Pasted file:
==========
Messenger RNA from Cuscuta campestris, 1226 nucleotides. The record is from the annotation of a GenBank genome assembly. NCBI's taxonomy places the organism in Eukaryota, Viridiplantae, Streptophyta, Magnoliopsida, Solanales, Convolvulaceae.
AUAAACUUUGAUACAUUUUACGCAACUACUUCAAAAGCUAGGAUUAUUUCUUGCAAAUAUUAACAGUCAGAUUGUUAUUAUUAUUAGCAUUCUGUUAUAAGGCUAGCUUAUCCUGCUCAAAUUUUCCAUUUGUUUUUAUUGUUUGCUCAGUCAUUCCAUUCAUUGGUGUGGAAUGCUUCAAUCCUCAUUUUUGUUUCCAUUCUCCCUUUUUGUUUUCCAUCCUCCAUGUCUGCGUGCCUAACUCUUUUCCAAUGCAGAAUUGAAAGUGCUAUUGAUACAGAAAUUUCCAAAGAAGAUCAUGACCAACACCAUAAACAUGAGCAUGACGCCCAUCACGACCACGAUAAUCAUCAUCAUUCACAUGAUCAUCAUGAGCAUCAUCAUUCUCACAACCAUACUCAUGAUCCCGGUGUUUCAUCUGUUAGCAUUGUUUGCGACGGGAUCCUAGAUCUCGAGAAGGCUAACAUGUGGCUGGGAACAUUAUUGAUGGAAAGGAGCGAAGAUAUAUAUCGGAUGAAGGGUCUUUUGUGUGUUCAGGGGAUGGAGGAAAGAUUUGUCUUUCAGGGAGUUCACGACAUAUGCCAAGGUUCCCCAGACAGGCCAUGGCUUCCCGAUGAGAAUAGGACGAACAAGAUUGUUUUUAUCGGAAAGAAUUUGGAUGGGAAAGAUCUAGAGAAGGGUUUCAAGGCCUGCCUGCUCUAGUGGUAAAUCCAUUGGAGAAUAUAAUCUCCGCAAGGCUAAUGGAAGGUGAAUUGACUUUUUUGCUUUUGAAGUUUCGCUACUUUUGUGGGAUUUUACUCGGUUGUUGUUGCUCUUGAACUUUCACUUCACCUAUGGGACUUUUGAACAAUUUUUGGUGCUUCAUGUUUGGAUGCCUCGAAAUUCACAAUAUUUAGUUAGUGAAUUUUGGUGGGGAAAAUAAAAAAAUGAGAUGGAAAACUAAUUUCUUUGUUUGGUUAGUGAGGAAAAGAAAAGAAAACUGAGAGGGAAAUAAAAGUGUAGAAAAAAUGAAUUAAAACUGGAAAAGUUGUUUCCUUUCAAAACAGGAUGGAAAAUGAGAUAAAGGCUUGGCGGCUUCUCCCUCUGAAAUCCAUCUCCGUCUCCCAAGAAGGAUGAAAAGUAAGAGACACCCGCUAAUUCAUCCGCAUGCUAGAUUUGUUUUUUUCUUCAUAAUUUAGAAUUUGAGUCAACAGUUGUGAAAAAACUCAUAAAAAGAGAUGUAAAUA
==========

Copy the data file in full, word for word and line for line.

Messenger RNA from Cuscuta campestris, 1226 nucleotides. The record is from the annotation of a GenBank genome assembly. NCBI's taxonomy places the organism in Eukaryota, Viridiplantae, Streptophyta, Magnoliopsida, Solanales, Convolvulaceae.
AUAAACUUUGAUACAUUUUACGCAACUACUUCAAAAGCUAGGAUUAUUUCUUGCAAAUAUUAACAGUCAGAUUGUUAUUAUUAUUAGCAUUCUGUUAUAAGGCUAGCUUAUCCUGCUCAAAUUUUCCAUUUGUUUUUAUUGUUUGCUCAGUCAUUCCAUUCAUUGGUGUGGAAUGCUUCAAUCCUCAUUUUUGUUUCCAUUCUCCCUUUUUGUUUUCCAUCCUCCAUGUCUGCGUGCCUAACUCUUUUCCAAUGCAGAAUUGAAAGUGCUAUUGAUACAGAAAUUUCCAAAGAAGAUCAUGACCAACACCAUAAACAUGAGCAUGACGCCCAUCACGACCACGAUAAUCAUCAUCAUUCACAUGAUCAUCAUGAGCAUCAUCAUUCUCACAACCAUACUCAUGAUCCCGGUGUUUCAUCUGUUAGCAUUGUUUGCGACGGGAUCCUAGAUCUCGAGAAGGCUAACAUGUGGCUGGGAACAUUAUUGAUGGAAAGGAGCGAAGAUAUAUAUCGGAUGAAGGGUCUUUUGUGUGUUCAGGGGAUGGAGGAAAGAUUUGUCUUUCAGGGAGUUCACGACAUAUGCCAAGGUUCCCCAGACAGGCCAUGGCUUCCCGAUGAGAAUAGGACGAACAAGAUUGUUUUUAUCGGAAAGAAUUUGGAUGGGAAAGAUCUAGAGAAGGGUUUCAAGGCCUGCCUGCUCUAGUGGUAAAUCCAUUGGAGAAUAUAAUCUCCGCAAGGCUAAUGGAAGGUGAAUUGACUUUUUUGCUUUUGAAGUUUCGCUACUUUUGUGGGAUUUUACUCGGUUGUUGUUGCUCUUGAACUUUCACUUCACCUAUGGGACUUUUGAACAAUUUUUGGUGCUUCAUGUUUGGAUGCCUCGAAAUUCACAAUAUUUAGUUAGUGAAUUUUGGUGGGGAAAAUAAAAAAAUGAGAUGGAAAACUAAUUUCUUUGUUUGGUUAGUGAGGAAAAGAAAAGAAAACUGAGAGGGAAAUAAAAGUGUAGAAAAAAUGAAUUAAAACUGGAAAAGUUGUUUCCUUUCAAAACAGGAUGGAAAAUGAGAUAAAGGCUUGGCGGCUUCUCCCUCUGAAAUCCAUCUCCGUCUCCCAAGAAGGAUGAAAAGUAAGAGACACCCGCUAAUUCAUCCGCAUGCUAGAUUUGUUUUUUUCUUCAUAAUUUAGAAUUUGAGUCAACAGUUGUGAAAAAACUCAUAAAAAGAGAUGUAAAUA